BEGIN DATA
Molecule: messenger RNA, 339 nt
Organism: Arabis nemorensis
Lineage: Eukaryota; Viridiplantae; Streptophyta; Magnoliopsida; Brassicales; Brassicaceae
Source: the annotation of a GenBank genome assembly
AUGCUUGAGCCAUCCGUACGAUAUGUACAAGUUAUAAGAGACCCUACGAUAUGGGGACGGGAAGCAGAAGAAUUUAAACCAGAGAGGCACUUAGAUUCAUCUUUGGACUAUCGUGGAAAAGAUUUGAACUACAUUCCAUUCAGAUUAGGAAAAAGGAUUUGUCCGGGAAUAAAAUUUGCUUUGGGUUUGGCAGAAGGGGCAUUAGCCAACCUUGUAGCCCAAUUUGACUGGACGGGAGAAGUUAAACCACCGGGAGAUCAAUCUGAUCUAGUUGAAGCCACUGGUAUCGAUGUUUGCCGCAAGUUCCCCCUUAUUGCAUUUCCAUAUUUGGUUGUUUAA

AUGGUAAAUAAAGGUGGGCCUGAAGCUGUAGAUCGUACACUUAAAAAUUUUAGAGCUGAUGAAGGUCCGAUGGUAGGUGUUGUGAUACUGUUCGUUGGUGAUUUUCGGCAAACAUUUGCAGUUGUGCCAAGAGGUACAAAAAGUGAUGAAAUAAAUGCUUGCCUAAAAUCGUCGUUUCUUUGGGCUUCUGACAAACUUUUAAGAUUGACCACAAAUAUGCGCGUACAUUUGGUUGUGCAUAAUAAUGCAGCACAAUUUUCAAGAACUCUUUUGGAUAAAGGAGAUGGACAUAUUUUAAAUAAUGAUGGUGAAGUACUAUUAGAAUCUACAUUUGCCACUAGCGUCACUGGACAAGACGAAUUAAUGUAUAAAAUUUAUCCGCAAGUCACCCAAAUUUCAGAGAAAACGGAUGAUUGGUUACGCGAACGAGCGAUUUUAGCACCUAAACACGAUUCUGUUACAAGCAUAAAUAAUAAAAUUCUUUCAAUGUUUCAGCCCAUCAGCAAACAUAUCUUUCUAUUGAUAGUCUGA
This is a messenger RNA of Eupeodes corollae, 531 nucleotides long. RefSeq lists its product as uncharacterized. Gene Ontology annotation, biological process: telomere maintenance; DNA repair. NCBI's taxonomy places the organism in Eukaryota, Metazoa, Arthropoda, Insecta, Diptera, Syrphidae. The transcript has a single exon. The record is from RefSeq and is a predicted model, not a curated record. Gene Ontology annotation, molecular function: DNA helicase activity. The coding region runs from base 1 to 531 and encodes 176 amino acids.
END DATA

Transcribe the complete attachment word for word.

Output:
Molecule: messenger RNA, 339 nt
Organism: Arabis nemorensis
Lineage: Eukaryota; Viridiplantae; Streptophyta; Magnoliopsida; Brassicales; Brassicaceae
Source: the annotation of a GenBank genome assembly
AUGCUUGAGCCAUCCGUACGAUAUGUACAAGUUAUAAGAGACCCUACGAUAUGGGGACGGGAAGCAGAAGAAUUUAAACCAGAGAGGCACUUAGAUUCAUCUUUGGACUAUCGUGGAAAAGAUUUGAACUACAUUCCAUUCAGAUUAGGAAAAAGGAUUUGUCCGGGAAUAAAAUUUGCUUUGGGUUUGGCAGAAGGGGCAUUAGCCAACCUUGUAGCCCAAUUUGACUGGACGGGAGAAGUUAAACCACCGGGAGAUCAAUCUGAUCUAGUUGAAGCCACUGGUAUCGAUGUUUGCCGCAAGUUCCCCCUUAUUGCAUUUCCAUAUUUGGUUGUUUAA

AUGGUAAAUAAAGGUGGGCCUGAAGCUGUAGAUCGUACACUUAAAAAUUUUAGAGCUGAUGAAGGUCCGAUGGUAGGUGUUGUGAUACUGUUCGUUGGUGAUUUUCGGCAAACAUUUGCAGUUGUGCCAAGAGGUACAAAAAGUGAUGAAAUAAAUGCUUGCCUAAAAUCGUCGUUUCUUUGGGCUUCUGACAAACUUUUAAGAUUGACCACAAAUAUGCGCGUACAUUUGGUUGUGCAUAAUAAUGCAGCACAAUUUUCAAGAACUCUUUUGGAUAAAGGAGAUGGACAUAUUUUAAAUAAUGAUGGUGAAGUACUAUUAGAAUCUACAUUUGCCACUAGCGUCACUGGACAAGACGAAUUAAUGUAUAAAAUUUAUCCGCAAGUCACCCAAAUUUCAGAGAAAACGGAUGAUUGGUUACGCGAACGAGCGAUUUUAGCACCUAAACACGAUUCUGUUACAAGCAUAAAUAAUAAAAUUCUUUCAAUGUUUCAGCCCAUCAGCAAACAUAUCUUUCUAUUGAUAGUCUGA
This is a messenger RNA of Eupeodes corollae, 531 nucleotides long. RefSeq lists its product as uncharacterized. Gene Ontology annotation, biological process: telomere maintenance; DNA repair. NCBI's taxonomy places the organism in Eukaryota, Metazoa, Arthropoda, Insecta, Diptera, Syrphidae. The transcript has a single exon. The record is from RefSeq and is a predicted model, not a curated record. Gene Ontology annotation, molecular function: DNA helicase activity. The coding region runs from base 1 to 531 and encodes 176 amino acids.